Additionally, there are no concrete vaults, no cement slabs, and non-sustainable environmental obstructions in eco-friendly burials. A United States manufacturing company, LifeGem, offers a unique way of disposing of loved ones. The process is accomplished in part via resomation. However elaborate or simple the funeral may be everything about it can be the same as a traditional funeral. The only difference comes at the moment the container would normally disappear into the ground. Instead, the ashes are treated with a water/alkali based substitute to traditional burial and cremation agents. This not only is good for the environment it is also less caustic to the body. Afterwards the remains are transformed into a diamond gemstone. In the United States, “Florida, Maine and Oregon have approved the technique for use in the disposal of human remains” by resomation (Reade, 2012, p. 39). The process is expensive, costing approximately $400,000 USD. Conventional funerals are detrimental to the land, water, air and the health of the living however, the Environmental Protection Agency has outlawed only arsenic as an embalming agent. So “air pollution from cremations and discharge of embalming fluids from funeral homes into septic and sewage systems” continues unabated (Stowe, Schmidt, & Green, 2001, p. 1817). As a result, hazardous substances such as “formaldehyde and gluteraldehyde” still are being used and threaten to contaminate the groundwater as they leech from gravesites (Stowe, Schmidt, & Green, 2001, p. 1817). The use of eco-friendly burial processes would solve this problem and there would be a concurrent reduction in environmental pollution. In an article titled, “Toxic burials: The final insult” the authors invoke Aldo Leopold’s legacy dialogue about land ethics and issues of ecosystem management and land health to support their argument in favor of eco-friendly burial systems. Contending that natural resources should be used in such a way as to maximize the processes that already exist in nature, the authors argue against traditional forms of burial and cremation as they are practiced in North America. Advocates of green burials complain that when eco-friendly standards are compared to traditional processes the latter are revealed to be harmful to the environment and therefore "those toxic burial practices are wrong” (Stowe, Schmidt, & Green, 2001, p. 1818). According to these author the same applies to most cremation practices because they cause air pollution.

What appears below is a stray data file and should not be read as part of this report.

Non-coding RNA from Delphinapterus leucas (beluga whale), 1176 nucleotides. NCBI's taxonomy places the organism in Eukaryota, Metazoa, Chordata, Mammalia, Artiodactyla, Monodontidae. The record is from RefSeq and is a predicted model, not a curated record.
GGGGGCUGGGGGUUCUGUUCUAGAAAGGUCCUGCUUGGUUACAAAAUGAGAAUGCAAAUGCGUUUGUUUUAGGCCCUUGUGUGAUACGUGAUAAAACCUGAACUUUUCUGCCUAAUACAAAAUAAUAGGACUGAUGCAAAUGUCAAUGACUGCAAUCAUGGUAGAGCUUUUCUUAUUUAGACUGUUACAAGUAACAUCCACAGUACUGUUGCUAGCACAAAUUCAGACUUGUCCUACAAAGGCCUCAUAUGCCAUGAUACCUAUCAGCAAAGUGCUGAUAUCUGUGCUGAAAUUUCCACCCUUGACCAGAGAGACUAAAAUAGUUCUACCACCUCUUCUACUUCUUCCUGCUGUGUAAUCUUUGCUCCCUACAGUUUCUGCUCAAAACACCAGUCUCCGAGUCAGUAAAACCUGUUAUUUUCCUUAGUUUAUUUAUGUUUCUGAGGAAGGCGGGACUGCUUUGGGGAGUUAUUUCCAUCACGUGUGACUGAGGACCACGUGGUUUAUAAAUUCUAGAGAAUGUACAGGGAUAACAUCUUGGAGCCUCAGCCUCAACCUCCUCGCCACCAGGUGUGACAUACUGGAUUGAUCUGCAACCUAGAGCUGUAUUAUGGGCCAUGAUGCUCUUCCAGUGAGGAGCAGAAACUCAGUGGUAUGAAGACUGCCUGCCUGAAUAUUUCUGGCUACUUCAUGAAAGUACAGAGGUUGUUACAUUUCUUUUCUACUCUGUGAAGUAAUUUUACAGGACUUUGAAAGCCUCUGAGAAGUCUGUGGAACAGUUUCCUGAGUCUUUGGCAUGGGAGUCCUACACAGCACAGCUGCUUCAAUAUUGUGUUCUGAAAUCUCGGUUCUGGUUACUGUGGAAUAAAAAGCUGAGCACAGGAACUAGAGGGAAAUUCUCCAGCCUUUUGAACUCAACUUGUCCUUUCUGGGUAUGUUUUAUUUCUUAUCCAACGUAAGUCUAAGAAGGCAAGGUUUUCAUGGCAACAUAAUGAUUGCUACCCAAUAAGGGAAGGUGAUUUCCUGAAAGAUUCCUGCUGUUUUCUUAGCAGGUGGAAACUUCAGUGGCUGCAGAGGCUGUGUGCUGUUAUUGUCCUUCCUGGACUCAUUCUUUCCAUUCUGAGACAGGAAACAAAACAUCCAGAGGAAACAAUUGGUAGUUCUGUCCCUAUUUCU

Mercury is an element with large sources in cremation and detrimental health effects. Mercury is highly volatile and is emitted into the atmosphere naturally and by anthropogenic sources. It can enter water bodies through the atmosphere and from deposits in the surrounding basin with some of the aquatic inorganic mercury being converted into organic mercury which is toxic and bioaccumulates (Stowe, Schmidt, & Green, 2001, p. 1818).